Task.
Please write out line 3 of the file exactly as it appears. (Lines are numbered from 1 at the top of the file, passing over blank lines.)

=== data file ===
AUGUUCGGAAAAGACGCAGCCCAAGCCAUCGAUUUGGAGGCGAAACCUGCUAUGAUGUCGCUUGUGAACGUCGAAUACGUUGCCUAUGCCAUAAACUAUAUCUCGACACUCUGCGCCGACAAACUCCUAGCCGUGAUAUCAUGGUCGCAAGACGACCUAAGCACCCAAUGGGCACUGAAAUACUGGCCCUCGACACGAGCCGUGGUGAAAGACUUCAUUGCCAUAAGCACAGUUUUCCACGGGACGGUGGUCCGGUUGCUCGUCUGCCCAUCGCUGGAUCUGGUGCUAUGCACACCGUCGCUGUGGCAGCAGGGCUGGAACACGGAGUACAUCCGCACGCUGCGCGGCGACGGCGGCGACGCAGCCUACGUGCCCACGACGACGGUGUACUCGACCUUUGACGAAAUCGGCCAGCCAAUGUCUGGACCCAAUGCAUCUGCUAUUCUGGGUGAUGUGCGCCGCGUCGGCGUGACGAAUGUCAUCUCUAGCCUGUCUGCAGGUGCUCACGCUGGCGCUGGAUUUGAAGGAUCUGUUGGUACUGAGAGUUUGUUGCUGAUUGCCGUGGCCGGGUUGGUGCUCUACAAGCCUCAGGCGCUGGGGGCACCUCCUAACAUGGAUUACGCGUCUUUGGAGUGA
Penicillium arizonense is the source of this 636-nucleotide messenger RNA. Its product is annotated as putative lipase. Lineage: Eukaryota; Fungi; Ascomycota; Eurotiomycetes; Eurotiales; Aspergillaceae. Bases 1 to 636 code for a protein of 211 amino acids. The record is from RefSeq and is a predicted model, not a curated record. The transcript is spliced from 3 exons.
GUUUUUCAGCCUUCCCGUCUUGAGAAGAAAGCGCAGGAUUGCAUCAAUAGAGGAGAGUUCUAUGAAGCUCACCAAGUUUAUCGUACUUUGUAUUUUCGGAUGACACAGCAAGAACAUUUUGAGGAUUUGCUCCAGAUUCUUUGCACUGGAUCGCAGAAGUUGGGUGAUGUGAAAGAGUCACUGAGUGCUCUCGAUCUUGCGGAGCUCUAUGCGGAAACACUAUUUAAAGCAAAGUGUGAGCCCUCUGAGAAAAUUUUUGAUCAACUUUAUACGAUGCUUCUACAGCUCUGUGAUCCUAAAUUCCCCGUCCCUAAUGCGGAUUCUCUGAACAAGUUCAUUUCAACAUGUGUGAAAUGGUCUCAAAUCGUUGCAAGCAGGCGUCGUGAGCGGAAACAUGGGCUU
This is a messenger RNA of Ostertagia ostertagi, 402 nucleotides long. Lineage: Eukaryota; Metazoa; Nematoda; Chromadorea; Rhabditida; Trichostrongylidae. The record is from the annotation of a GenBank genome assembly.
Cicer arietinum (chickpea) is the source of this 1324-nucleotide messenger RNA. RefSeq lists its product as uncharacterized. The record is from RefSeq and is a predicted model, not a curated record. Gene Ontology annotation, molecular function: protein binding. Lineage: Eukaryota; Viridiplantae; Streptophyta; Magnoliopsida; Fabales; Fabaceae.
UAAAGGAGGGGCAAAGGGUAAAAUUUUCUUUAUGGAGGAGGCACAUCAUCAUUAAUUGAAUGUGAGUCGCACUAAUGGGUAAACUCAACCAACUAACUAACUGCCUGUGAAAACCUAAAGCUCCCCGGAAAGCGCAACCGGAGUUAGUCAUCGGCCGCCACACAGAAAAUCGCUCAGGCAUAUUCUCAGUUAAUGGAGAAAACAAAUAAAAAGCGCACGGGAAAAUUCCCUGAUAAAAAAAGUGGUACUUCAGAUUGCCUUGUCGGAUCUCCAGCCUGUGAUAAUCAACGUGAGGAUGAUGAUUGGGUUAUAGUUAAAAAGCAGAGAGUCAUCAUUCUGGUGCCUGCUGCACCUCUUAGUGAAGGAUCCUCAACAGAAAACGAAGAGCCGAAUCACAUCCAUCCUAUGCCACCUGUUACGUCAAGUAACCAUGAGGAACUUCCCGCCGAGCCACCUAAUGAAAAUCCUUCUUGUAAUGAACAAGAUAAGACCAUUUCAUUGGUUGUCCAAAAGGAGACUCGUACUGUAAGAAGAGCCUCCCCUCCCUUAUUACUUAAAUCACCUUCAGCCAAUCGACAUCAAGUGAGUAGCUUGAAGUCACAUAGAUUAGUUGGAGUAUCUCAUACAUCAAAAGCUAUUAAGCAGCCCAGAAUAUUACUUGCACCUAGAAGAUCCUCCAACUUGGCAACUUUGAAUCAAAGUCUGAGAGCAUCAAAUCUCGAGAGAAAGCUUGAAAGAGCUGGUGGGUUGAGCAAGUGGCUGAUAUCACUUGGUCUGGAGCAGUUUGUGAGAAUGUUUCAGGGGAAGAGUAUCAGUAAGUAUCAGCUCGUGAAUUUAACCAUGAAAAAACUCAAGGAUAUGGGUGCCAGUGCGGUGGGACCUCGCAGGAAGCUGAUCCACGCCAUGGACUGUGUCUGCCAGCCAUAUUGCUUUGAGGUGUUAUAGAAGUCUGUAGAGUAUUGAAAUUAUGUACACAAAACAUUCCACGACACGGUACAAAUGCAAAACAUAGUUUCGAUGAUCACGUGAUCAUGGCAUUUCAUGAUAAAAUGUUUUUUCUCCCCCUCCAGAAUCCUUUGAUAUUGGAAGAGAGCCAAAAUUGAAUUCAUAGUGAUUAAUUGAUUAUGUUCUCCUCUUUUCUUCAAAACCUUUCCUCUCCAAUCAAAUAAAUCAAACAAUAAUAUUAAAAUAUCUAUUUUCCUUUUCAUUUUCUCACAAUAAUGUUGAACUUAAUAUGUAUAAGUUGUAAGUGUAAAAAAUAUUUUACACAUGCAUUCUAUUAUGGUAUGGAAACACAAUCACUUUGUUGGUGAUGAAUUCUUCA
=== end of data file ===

GUUUUUCAGCCUUCCCGUCUUGAGAAGAAAGCGCAGGAUUGCAUCAAUAGAGGAGAGUUCUAUGAAGCUCACCAAGUUUAUCGUACUUUGUAUUUUCGGAUGACACAGCAAGAACAUUUUGAGGAUUUGCUCCAGAUUCUUUGCACUGGAUCGCAGAAGUUGGGUGAUGUGAAAGAGUCACUGAGUGCUCUCGAUCUUGCGGAGCUCUAUGCGGAAACACUAUUUAAAGCAAAGUGUGAGCCCUCUGAGAAAAUUUUUGAUCAACUUUAUACGAUGCUUCUACAGCUCUGUGAUCCUAAAUUCCCCGUCCCUAAUGCGGAUUCUCUGAACAAGUUCAUUUCAACAUGUGUGAAAUGGUCUCAAAUCGUUGCAAGCAGGCGUCGUGAGCGGAAACAUGGGCUU